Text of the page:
- Location: Lower Putney Shoulder, east of Red Mountain Pass
- State: Colorado
- Date: 2019/11/30
- Summary Description: 2 snowshoers caught, carried
- Primary Activity: Hiker
- Primary Travel Mode: Snowshoe
- Location Setting: Backcountry
- Caught: 2
- Partially Buried, Non-Critical: 0
- Partially Buried, Critical: 0
- Fully Buried: 0
- Injured: 0
- Killed: 0
- Type: SS
- Trigger: AI - Snowshoer
- Trigger (subcode): u - An unintentional release
- Size - Relative to Path: R3
- Size - Destructive Force: D2
- Sliding Surface: G - At Ground/Ice/Firm
- Slope Aspect: N
- Site Elevation: 12200 ft
- Slope Angle: 38 °
- Slope Characteristic: --
Snowshoers triggered and were caught in an avalanche on a north-facing slope above treeline. It was a soft slab avalanche, medium sized relative to the avalanche path and large enough to bury, injure, or kill a person. It broke on old snow near the ground (SS-AIu-R3D2-O). The avalanche broke about three feet deep, about 300 feet wide, and ran about 300 vertical feet. The avalanche started in areas of wind-drifted snow on a north-facing slope. The starting zone averaged 38 degrees in steepness. A second avalanche triggered sympathetically to the first. The sympathetic avalanche was to the east, closer to the weather station. It was a soft slab avalanche, small sized relative to the avalanche path and large enough to bury, injure, or kill a person. It broke on old snow near the ground (SS-AIy-R2D2-O).
Backcountry Avalanche Forecast
The Colorado Avalanche Information Center’s (CAIC) backcountry avalanche forecast for the North San Juan zone on November 30, 2019 rated the avalanche danger at Considerable (Level 3) at all elevations. An Avalanche Warning had expired at 6:00 AM on November 30. Two avalanche problem types were listed. First were Persistent Slab avalanches, highlighted on north, northeast, and east aspects near and above treeline. The likelihood of triggering was Likely and expected size was small to large. Storm Slab avalanches were the second problem type, highlighted on all aspects and elevations. Triggering was Likely, and expected size small to large. The summary from the backcountry avalanche forecast:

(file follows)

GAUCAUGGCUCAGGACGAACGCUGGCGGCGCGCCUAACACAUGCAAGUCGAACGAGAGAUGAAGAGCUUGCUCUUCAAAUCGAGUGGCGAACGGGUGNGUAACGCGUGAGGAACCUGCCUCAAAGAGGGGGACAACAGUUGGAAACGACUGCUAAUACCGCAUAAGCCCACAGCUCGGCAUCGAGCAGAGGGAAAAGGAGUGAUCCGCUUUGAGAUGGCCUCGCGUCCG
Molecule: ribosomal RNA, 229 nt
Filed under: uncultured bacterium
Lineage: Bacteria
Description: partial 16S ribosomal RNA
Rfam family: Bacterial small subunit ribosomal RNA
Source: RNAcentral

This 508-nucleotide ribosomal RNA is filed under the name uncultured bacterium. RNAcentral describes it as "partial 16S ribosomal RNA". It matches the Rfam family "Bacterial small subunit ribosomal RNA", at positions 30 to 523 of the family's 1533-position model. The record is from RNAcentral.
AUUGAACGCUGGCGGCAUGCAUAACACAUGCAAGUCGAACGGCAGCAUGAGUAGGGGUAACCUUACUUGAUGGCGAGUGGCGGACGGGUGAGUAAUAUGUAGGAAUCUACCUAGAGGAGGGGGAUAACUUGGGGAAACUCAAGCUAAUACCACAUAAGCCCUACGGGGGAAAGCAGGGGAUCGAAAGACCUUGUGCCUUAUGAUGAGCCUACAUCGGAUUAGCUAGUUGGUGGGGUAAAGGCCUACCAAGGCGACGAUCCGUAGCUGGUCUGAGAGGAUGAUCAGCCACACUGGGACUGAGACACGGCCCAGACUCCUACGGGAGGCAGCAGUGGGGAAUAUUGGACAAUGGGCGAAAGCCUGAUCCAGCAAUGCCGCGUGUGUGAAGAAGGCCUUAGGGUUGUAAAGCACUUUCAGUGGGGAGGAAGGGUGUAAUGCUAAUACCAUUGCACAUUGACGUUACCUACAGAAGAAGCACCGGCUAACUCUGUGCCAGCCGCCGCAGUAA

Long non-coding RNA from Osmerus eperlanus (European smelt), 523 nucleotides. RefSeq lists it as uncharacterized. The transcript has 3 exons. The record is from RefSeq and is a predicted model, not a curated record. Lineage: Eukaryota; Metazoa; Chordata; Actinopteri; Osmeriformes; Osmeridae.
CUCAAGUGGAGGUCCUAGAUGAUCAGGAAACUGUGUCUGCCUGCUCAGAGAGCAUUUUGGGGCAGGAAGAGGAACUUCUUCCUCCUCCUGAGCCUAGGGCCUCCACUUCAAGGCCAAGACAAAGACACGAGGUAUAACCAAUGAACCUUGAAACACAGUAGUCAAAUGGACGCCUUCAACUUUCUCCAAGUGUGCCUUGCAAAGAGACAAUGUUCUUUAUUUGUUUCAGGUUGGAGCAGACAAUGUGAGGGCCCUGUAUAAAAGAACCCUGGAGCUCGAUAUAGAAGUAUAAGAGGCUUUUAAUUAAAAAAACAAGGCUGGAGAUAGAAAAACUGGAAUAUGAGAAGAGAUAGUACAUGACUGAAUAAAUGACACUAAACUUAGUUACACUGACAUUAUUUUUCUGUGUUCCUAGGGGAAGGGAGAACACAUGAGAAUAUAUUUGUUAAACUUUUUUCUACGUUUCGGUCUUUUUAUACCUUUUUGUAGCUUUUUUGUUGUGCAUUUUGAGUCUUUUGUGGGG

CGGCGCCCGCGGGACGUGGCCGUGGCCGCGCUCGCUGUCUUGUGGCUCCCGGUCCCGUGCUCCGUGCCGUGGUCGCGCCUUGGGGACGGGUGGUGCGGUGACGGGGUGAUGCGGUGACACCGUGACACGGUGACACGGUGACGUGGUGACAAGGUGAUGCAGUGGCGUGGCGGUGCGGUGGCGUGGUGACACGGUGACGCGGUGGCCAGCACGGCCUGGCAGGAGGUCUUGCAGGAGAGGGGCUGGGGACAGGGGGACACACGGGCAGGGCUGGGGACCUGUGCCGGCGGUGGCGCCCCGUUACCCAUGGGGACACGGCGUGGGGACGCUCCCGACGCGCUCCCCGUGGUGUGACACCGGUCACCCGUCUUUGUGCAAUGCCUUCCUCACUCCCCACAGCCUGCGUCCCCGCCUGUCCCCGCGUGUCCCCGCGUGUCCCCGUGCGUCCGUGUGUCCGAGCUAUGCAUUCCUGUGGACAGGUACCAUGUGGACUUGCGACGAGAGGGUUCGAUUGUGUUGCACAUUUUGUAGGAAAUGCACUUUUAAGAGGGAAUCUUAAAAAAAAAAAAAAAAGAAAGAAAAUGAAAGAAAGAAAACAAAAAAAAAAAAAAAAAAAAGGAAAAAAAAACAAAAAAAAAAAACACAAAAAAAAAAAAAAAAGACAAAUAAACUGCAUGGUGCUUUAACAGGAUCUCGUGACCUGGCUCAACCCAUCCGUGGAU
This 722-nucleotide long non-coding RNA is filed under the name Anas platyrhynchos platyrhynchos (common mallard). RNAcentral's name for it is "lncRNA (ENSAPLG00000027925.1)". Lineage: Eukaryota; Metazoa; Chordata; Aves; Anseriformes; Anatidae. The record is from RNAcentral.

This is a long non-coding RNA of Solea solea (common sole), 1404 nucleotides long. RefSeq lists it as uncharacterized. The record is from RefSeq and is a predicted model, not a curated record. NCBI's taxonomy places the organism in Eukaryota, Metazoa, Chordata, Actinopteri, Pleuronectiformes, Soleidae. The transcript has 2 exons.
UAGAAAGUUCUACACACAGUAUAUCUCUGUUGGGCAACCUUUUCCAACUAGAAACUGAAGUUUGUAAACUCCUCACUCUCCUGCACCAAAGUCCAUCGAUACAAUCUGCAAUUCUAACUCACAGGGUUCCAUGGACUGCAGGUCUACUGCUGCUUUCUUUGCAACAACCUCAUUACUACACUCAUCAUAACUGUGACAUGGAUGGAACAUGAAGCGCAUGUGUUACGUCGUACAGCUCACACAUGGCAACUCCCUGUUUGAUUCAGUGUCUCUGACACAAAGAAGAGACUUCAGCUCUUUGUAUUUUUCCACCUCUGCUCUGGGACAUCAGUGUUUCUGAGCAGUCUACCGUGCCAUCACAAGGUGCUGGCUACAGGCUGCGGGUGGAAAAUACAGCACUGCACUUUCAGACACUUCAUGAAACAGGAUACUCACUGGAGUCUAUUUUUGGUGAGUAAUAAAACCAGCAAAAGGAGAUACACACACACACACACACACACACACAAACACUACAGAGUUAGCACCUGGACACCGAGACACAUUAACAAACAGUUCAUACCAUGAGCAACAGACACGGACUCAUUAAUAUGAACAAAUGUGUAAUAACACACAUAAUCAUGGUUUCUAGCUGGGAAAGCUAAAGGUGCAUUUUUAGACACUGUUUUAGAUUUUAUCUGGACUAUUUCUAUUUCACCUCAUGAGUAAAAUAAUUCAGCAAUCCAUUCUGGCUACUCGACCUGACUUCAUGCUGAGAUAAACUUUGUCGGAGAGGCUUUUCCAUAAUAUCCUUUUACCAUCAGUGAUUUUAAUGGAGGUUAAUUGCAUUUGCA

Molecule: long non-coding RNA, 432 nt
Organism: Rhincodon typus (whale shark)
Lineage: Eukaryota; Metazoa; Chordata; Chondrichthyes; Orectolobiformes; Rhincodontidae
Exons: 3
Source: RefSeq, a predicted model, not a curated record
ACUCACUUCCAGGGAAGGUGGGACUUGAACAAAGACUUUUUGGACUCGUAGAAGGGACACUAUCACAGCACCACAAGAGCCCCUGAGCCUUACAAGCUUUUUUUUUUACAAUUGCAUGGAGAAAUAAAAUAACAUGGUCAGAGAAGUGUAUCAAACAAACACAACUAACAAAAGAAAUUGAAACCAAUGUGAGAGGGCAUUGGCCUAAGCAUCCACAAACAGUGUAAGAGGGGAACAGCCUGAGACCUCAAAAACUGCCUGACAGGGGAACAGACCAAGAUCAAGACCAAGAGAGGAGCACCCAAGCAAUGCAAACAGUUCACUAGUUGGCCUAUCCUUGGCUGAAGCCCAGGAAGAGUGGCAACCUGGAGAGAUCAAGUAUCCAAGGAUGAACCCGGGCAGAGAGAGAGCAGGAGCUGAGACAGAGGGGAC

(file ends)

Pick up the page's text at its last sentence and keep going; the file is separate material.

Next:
The howling Thanksgiving storm added a significant new load to our fragile early season snowpack, and it will be easy to trigger dangerous avalanches on steep slopes today. Avalanches will be larger on north and east-facing slopes at higher elevations that received the most wind-drifted snow from sustained southwesterly winds. These are the same slopes with the weakest snow near the ground. Avalanches breaking in the new storm snow can break into these deeper weak layers and produce avalanches big enough to bury you.
Shooting cracks or sounds of the snowpack collapsing are clear signs of unstable snow. You can trigger avalanches from a distance or from below, so pay attention to locally connected steeper slopes even if you're travelling in low-angled terrain. Slopes less than 30 degrees with steeper terrain overhead offer safer riding options.
A party of four snowshoers triggered an avalanche. The avalanche caught and carried two of the party members. One of the snowshoers described swimming while the avalanche was in motion. When the avalanche stopped, both snowshoers were minimally buried and uninjured. They dusted themselves off and hiked back to the trailhead.
The snowshoer’s involvement was reported second-hand. They spoke to another group in the area, and that group provided information to the CAIC. In field observations, CAIC forecasters initially recorded the avalanches as naturally-triggered.